Git Diff

Updated on 28 Dec 2018

In this section we are interested in looking at the various methods of using git diff, and how we can tie that into the Git History plugin for VS Code.

To save on space, I’m going to focus on a particular section within a single file for comparison.

Your working copy and staging area

git diff

Your working copy and commit 57b50fae0 (or HEAD)

In this particular example I am interested in the action array. I have added 2 new parameters export and delete to action, but it hasn’t been committed yet. Note, I can replace 57b50fae0 with HEAD to compare my working copy with the latest commit.

git diff 57b50fae0 -- controllers/JobsController.php

Your working copy and master branch

In this example I want to see the difference between my working copy and the master branch.

git diff master --

The + / - is in reference to your current workspace.

master branch and feature1 branch

In this example I am looking at the difference between the master branch and feature1 branch. Lucky for me, I know that I added ‘I am on feature1’ to the feature1 branch - and this can be seen in the accompanying screen shot. .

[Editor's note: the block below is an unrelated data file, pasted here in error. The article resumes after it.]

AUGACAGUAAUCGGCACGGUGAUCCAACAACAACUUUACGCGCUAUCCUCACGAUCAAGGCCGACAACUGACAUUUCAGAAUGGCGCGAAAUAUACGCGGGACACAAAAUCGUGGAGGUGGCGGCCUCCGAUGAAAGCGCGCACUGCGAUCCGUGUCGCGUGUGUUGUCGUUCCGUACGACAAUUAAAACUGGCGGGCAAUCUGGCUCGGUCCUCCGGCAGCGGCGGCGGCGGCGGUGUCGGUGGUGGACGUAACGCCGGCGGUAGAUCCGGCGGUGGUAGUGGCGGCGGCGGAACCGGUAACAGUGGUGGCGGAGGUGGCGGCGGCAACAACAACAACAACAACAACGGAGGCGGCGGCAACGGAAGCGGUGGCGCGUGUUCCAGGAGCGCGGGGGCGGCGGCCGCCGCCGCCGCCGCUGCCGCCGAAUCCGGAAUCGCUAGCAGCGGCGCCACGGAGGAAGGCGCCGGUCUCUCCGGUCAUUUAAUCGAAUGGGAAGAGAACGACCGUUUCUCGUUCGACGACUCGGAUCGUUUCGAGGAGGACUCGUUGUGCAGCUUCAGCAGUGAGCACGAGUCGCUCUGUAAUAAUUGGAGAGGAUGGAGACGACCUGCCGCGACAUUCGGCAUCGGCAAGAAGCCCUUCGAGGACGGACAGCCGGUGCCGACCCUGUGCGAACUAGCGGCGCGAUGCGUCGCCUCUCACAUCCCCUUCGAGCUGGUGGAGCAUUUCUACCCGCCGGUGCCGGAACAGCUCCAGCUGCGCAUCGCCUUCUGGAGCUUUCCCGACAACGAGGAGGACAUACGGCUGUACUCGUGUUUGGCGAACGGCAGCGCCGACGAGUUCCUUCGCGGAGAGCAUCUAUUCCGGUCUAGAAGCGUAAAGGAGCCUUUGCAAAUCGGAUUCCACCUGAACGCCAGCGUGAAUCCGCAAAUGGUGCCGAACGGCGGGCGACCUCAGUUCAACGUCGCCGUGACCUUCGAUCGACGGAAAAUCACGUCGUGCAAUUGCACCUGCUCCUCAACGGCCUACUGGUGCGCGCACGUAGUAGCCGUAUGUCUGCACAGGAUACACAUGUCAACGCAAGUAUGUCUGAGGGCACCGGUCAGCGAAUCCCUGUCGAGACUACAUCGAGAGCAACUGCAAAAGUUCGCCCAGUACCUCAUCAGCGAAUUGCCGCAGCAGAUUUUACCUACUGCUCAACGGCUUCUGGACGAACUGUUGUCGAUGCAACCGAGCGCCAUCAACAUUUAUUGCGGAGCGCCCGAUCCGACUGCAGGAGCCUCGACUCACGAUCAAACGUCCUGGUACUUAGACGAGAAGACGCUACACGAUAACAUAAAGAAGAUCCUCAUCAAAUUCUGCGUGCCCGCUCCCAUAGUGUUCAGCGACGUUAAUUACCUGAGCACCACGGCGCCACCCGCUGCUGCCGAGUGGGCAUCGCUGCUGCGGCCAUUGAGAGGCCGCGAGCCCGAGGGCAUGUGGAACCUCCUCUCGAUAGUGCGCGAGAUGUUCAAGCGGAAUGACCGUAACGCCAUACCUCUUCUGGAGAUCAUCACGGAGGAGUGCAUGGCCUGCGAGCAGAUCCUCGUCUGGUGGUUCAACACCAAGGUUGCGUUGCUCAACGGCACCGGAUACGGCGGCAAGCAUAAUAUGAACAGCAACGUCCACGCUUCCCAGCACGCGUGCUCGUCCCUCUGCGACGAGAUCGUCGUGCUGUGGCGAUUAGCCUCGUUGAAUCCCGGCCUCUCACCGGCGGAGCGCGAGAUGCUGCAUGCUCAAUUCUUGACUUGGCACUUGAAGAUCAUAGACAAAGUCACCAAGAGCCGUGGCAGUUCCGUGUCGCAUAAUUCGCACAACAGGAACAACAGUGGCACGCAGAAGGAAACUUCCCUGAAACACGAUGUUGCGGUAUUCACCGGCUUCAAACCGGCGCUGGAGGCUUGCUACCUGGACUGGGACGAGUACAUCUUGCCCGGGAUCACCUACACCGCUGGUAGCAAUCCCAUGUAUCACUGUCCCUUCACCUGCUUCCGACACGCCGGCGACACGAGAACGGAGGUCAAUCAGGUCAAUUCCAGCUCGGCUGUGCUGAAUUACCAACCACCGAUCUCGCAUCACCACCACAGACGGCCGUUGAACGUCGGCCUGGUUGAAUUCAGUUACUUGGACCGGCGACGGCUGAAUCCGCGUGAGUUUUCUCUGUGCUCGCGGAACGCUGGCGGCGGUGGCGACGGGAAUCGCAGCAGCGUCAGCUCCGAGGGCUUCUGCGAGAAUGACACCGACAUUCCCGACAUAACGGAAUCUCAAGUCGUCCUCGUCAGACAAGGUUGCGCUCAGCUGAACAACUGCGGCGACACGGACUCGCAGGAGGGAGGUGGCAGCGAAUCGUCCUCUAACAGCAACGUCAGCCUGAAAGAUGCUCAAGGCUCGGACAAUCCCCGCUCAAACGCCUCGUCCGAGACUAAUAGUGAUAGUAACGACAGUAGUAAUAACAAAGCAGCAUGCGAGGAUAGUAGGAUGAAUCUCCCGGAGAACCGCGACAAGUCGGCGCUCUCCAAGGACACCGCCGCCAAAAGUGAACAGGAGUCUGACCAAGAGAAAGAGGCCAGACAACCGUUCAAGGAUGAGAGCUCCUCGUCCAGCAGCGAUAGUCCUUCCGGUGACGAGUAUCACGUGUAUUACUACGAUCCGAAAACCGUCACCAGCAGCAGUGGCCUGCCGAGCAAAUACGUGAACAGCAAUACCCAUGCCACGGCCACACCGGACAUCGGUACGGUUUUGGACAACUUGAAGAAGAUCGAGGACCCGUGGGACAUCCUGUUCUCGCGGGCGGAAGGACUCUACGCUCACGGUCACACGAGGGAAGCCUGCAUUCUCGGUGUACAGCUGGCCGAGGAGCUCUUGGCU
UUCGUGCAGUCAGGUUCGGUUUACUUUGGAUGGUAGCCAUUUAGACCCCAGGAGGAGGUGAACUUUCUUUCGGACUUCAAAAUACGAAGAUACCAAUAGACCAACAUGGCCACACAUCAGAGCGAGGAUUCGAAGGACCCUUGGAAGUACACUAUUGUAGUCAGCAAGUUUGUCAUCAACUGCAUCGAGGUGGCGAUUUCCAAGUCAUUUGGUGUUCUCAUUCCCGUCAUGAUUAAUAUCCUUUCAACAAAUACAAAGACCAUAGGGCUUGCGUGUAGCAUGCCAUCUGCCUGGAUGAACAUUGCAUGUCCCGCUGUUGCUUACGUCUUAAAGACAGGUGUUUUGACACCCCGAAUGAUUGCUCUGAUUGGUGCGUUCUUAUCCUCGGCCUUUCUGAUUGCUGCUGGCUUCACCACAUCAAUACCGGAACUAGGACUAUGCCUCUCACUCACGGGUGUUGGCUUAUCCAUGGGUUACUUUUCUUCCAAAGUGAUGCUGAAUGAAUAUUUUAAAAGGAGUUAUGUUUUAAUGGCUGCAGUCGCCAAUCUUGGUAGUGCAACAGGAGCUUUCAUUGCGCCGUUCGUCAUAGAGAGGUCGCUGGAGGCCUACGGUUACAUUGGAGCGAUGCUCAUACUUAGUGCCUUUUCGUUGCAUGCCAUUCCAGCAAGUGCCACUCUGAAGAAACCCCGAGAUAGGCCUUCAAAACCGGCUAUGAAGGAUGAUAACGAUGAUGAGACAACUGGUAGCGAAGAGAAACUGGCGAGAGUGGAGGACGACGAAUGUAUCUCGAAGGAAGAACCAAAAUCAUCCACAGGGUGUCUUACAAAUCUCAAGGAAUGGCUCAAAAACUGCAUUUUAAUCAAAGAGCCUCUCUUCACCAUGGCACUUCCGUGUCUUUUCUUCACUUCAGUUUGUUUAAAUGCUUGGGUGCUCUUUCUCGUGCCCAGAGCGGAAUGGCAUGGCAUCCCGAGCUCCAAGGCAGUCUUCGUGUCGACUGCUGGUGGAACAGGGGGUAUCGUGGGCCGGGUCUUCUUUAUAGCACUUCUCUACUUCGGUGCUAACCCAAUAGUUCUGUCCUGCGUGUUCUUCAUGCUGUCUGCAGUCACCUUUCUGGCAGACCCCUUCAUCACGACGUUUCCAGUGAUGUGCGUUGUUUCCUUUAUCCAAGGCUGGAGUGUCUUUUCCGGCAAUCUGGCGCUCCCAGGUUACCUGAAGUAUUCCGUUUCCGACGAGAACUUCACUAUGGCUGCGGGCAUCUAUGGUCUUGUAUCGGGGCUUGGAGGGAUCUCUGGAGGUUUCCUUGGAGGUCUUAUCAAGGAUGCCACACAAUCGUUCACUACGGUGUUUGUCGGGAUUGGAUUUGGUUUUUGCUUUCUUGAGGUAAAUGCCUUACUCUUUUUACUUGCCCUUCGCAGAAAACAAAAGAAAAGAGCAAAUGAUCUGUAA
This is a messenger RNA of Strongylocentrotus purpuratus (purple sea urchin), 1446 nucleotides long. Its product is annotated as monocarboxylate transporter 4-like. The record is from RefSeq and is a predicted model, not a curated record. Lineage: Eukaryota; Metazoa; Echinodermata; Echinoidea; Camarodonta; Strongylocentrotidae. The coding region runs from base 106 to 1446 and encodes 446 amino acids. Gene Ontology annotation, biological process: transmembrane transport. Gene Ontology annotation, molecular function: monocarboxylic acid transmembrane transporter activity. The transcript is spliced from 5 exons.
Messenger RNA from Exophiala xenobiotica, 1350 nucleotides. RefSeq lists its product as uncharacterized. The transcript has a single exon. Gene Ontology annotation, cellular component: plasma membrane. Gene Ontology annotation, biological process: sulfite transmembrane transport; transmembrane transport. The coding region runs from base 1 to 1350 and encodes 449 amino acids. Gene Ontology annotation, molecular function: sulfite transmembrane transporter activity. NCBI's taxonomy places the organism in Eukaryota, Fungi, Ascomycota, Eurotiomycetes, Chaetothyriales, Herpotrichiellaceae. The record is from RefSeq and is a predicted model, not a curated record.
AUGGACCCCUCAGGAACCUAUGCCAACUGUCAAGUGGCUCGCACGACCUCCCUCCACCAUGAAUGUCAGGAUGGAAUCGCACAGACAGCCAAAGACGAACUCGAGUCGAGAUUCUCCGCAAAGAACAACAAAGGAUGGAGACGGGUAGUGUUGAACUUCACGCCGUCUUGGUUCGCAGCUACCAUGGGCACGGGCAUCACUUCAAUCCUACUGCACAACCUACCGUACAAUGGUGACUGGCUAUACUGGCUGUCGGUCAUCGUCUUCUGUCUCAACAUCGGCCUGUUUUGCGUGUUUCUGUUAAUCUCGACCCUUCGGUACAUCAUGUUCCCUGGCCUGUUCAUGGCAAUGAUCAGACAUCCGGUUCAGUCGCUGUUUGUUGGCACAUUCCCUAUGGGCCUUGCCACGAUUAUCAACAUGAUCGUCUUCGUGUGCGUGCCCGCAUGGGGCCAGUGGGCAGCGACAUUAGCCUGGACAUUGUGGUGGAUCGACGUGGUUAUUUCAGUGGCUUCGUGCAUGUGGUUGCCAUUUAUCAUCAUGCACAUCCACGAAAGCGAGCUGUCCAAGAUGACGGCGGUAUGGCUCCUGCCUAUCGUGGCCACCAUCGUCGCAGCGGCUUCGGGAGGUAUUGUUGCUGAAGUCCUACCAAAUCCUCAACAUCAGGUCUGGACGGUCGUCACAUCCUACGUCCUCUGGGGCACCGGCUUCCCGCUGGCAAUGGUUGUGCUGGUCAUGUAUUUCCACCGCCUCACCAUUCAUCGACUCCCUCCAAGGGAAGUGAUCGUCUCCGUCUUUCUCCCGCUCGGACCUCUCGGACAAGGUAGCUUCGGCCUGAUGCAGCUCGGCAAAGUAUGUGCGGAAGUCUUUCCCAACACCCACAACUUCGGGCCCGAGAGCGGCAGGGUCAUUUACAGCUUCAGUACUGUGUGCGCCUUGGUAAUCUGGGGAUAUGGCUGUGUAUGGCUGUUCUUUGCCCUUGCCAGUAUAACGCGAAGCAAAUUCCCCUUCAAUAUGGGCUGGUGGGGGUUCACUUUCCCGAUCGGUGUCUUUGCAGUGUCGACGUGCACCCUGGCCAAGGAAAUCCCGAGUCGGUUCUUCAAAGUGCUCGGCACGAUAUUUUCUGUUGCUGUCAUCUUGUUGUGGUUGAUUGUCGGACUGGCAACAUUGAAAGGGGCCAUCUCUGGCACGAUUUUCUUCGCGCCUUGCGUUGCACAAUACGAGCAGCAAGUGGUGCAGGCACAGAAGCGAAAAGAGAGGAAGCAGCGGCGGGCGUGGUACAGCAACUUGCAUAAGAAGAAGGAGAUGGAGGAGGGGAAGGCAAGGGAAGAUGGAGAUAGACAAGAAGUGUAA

git diff master..feature1 --

The + / - is in reference to feature1. If you only need to see a list of files that have changed, use the --name-only option.

git diff --name-only master..feature1

Compare commit a4d043027 and the latest commit

Similar to previous except this time I am comparing to the latest commit. view is in my working copy, but not committed. Therefore it shouldn’t show up when I do a git diff.

git diff a4d043027 HEAD -- controllers/ApitestController.php

Compare commit d09ba855 and commit 67aad037

Note that the format for the diff I have used is older commit compared with new commit. As expected, it is showing an extra parameter being added to the actions array.

git diff d09ba855 67aad037 -- controllers/ApitestController.php

Finding the diff in VS Code

If we open controllers/ApitestController.php in VS Code, we’ll be able to right click on any line in the file and see which commits modified that line. If you don’t already have it installed, install the Git History plugin for VS Code.

Once we click on Git View: Line History, we’ll see the commits where that line changed. Left click on the commit message and you’ll see a list of all the files that were changed on that commit.

Left click on a file and you’ll be presented with a list of options from the command palette.

You’ll be able to compare the file from that commit

  • with the previous version
  • with the one in your workspace.

In this instance I am comparing with the previous version.